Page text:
When Harry Redknapp was announced as interim Birmingham manager for the remaining three games of the season it was certainly somewhat of a surprise.
The 70-year-old took the reigns from Gianfranco Zola, who resigned his post with the Blues after a dismal run of results. The club was sitting 20th on the table and facing the reality of relegation from the Championship.
Of course some naysayers questioned the motivation of Redknapp taking the role. It was reported that Harry would pocket a £250,000 bonus for keeping the club in the Championship.
When taking the role, Redknapp was quick to point out money was not a factor.
“I wasn’t interested in the money. Birmingham are a proper football club but they are in a precarious position,” he said
“If I can just get them going and get a bit of belief back into them and we can pick up a win of whatever we need to stay up – that’s all I can do.”
While Redknapp had not managed in England since departing QPR two seasons ago, he is obviously still highly rated, and Birmingham moved swiftly to secure the man they thought could help guide them to safety.
A return of two wins from three games was ultimately enough for Birmingham City to secure survival on the final day. Amazingly the club had only won twice in 24 matches under Gianfranco Zola before Redknapp’s arrival.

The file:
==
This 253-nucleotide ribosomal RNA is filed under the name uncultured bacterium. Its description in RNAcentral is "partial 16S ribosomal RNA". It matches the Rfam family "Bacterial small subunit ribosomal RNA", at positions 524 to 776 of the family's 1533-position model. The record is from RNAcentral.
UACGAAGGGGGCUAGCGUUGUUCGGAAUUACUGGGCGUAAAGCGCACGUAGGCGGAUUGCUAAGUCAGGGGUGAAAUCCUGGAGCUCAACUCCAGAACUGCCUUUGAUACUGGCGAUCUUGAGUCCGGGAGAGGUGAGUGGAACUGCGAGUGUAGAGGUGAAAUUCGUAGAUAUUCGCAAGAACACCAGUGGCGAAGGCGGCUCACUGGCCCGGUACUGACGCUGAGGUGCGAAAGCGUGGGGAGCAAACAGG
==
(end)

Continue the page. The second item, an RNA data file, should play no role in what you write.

Birmingham captain Michael Morrison was certainly full of praise for the job the interim manager had done since his arrival at St Andrews.
“Harry’s just made us hard to beat again,” Morrison said. “We’ve gone back a bit to what the players know and what we’re good at. Harry and his staff coming in have really galvanised the football club”
So what started as a three-game deal now has the possibility of being extended going by Harry Redknapp’s public comments since Sunday.
He has met with the club owners and has confirmed there is a possibility he could take the job on full-time.
“I’ve enjoyed it. It keeps me younger being out on the training ground every day, being around footballers. The lows are low for sure but the highs are great and I love it. There is every chance [I will stay].”
Some scribes will not be convinced that the former QPR manager can have the same effect for a full season. Maybe once the euphoria dies down the 70-year-old will rethink the challenges and decide it is a lot to take on.
Alternatively, the guarantee of funds to spend might convince Redknapp he still has something to offer at the seventh club of his managerial career.
It will certainly be intriguing to see what transpires. English football is certainly a better place and a more entertaining one with Harry Redknapp in it.